7 Halloween Horrors You Can Watch With Your Family

Sophie Hart
Movies Fantasy
Movies Fantasy Disney Horror

For some, Halloween means blood-curdling screams, chainsaws, evil killer clowns and murdering psychopaths. For others, it means pumpkin carving, mulled cider and more treats than tricks. This is for the latter group. Here are our favourite only-slightly-haunting picks for a family friendly Halloween movie night.


Nothing quite says Halloween like the Ghostbusters theme song. An ’80s classic, Ghostbusters is obligatory family fare, with the perfect spooky-to-silly ratio. Bill Murray, Dan Ackroyd, Harold Ramis and Ernie Hudson lead an ectoplasmic-fuelled romp, gallivanting around New York to free civilians of ghosts (and a giant Marshmallow Man). Throw in Rick Moranis and Sigourney Weaver both possessed by evil spirits, and the coolest car after the DeLorean, and you’ve got yourself a family favourite to start any Halloween party. Just don’t cross the streams.

Wallace & Gromit: The Curse of the Were-Rabbit

Wallace & Gromit’s quirky sense of humour has brought families together for years. In Curse of the Were-Rabbit — the first feature length outing for the beloved duo — their adventure takes a spooky turn. In a gloriously British, pun-riddled 90 minutes, Wallace and Gromit must save a Harvest festival giant vegetable competition from the most terrifying beast to ever haunt an English village — a very hungry ‘Were-Rabbit.’ Which, of course, Wallace accidentally created with his ‘Mind Manipulation O-Matic’. Full of horror nods, cameos and innuendos for adults — and copious amounts of silliness for kids — Curse of the Were-Rabbit is 24-carrot gold.

The Addams Family (1991) 

The Addams Family first hit screens in the 1960s, but the ’90s movie revival has to be their most iconic outing. The perfect mixture of comedy and gothic, The Addams Family is both a family horror gem and perfect inspiration for any Halloween costume party. In one of her very earliest roles, Cristina Ricci became an idol to ‘alternative’ little girls everywhere as the dark-minded Wednesday Addams, whilst the rest of the cast — including Christopher Lloyd as the mono-syllabic Uncle Fester — are a dark delight from start to finish. It’s mysterious, spooky and altogether ooky.

Hocus Pocus

Believe it or not, Hocus Pocus was a flop when it was first released back in 1993. However, owing to die-hard Disney and Halloween fans, it’s become a cult classic. Bette Midler — and her teeth — steal the show in her larger-than-life performance as Winifred, an evil hag and leader of the now infamous Sanderson sisters. Sarah Jessica-Parker and Kathy Najimy complete the formidable trio who prey on children to feed their youth. Those reliable ’90s family tropes are there (curtain-haired protagonist who’s always trying to impress his crush, a talking cat, etc.) but the three leading ladies are what make this film an instant classic. Especially Bette Midler’s rendition of ‘I Put a Spell on You,’ complete with alternative witchy lyrics. “It’s just a bunch of hocus pocus,” but it’s bewitching.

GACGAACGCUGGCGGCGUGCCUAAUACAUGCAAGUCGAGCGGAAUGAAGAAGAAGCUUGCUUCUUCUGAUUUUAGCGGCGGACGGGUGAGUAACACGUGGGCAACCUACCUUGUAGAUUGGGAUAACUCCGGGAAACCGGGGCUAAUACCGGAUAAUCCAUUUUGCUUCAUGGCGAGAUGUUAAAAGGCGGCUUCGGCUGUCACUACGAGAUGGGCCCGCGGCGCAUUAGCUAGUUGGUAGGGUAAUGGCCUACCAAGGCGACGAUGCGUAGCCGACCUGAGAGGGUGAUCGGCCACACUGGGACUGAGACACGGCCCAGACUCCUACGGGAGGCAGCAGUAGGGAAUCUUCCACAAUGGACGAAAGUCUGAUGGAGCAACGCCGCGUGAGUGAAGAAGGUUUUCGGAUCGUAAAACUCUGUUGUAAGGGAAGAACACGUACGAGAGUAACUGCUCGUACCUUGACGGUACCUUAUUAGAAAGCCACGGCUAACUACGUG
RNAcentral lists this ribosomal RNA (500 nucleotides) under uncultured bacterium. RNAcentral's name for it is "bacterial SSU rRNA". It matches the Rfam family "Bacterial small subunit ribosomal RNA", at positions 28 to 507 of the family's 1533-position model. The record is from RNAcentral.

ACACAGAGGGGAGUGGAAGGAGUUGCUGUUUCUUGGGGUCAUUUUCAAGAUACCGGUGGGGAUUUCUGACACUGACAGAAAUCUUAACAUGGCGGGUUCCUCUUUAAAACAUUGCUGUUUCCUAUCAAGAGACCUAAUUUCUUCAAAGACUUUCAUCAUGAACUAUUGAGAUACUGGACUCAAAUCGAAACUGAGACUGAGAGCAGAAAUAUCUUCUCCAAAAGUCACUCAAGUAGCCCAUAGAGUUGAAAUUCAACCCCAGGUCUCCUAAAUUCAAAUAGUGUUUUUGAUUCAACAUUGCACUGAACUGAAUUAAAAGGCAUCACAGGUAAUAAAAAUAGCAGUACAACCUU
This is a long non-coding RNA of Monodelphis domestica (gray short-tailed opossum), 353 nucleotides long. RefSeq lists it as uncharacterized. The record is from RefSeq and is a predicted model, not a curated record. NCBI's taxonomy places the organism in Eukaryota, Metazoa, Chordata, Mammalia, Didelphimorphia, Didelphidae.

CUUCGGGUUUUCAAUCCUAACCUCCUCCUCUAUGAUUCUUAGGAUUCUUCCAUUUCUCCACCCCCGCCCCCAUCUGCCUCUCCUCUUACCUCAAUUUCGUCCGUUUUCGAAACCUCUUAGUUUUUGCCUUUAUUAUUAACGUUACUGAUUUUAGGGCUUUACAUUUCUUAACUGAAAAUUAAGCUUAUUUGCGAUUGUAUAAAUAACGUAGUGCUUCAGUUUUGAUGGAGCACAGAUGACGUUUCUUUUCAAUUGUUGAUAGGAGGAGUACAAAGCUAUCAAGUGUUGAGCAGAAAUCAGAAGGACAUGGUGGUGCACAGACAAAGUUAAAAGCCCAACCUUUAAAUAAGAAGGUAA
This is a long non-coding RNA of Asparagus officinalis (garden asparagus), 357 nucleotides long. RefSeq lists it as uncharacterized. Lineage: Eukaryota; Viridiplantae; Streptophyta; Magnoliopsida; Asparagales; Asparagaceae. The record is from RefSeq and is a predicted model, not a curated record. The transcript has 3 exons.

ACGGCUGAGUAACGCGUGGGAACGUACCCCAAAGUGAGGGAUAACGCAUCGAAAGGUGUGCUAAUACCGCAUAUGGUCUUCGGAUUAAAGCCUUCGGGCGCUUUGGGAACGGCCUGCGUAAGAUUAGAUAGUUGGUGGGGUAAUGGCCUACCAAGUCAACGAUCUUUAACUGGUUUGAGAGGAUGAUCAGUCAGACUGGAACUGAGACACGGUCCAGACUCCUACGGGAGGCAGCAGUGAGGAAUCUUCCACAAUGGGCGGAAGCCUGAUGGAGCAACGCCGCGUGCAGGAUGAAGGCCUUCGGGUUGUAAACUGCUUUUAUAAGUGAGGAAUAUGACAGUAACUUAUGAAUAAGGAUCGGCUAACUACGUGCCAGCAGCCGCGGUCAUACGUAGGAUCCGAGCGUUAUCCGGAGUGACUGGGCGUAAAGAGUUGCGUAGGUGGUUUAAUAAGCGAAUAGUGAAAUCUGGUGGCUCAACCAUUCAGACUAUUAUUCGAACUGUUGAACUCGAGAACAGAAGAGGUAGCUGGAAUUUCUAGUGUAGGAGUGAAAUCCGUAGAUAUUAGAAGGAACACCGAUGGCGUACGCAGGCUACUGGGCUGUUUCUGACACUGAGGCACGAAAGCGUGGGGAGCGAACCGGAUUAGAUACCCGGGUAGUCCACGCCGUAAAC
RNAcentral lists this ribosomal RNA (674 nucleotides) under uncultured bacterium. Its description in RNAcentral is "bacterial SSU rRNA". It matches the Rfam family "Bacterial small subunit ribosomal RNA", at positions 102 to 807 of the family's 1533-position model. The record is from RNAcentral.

From Laika studios, the makers of Coraline and BoxtrollsParanorman is a ghost story for — and about — kids. After a curse plagues the town of Blithe Hollow and brings the dead back to life, it’s up to 11-year-old Norman to save the day. That’s because Norman is the only one that can see and talk with the dead — apparent from his casual and sweet conversations with his diseased grandmother. What follows is a kid-lead adventure story, with the horror sensibility of Tim Burton’s animations (think Vincent, Frankenweenie) and the heart of ’80s Amblin movie like The Goonies. Spooky spirits lace a genuinely wholesome story about acceptance and forgiveness, making Paranorman perfect for all the family.

Little Shop of Horrors (1986)

If there’s one thing better than a horror comedy, it’s a musical horror comedy. The Frank Oz-directed Little Shop of Horrors has been performed on thousands of stages (including many, many school plays), and for good reason — it’s 90 minutes of demented, outrageous fun. The score, written by Alan Menken and the late Howard Ashman (the team behind The Little Mermaid, Beauty and the Beast and Aladdin), is some of their best work, mixing catchy pop tunes with hilarious lyrics. Rick Moranis is endearingly hapless as usual, and the star — man-eating plant puppet Audrey II — has more charisma than most humans. However, Steve Martin might just steal the show as the sadistic leather-clad dentist Orin, whose drill you don’t want to be anywhere near. Treat yourself to a trip down Skid Row this Halloween.


Straight from the mind of the macabre master, Frankenweenie feels like Tim Burton’s ultimate passion project. A stop-motion remake of his 1984 live-action short, this feature-length version is packed with charm and genuine creepiness at every turn. Frankenweenie is a horror-comedy retelling of Mary Shelley’s Frankenstein, except this time Victor Frankenstein is a kid, and the monster? His re-animated dead dog. You get the picture. Shot in black and white, the film recalls classic monster movies, complemented by Tim Burton’s striking character designs that crank into life in true Ray Harryhausen style. Dealing with tragedy, comedy, friendship and grief with real tenderness, Frankenweenie will bring chills — and maybe some tears — to the whole family. Particularly if you have a beloved pet.

Sophie Hart
Social and Programming Producer @ FANDOM. Usually found watching Disney films, playing with LEGO or baking. Sometimes simultaneously.
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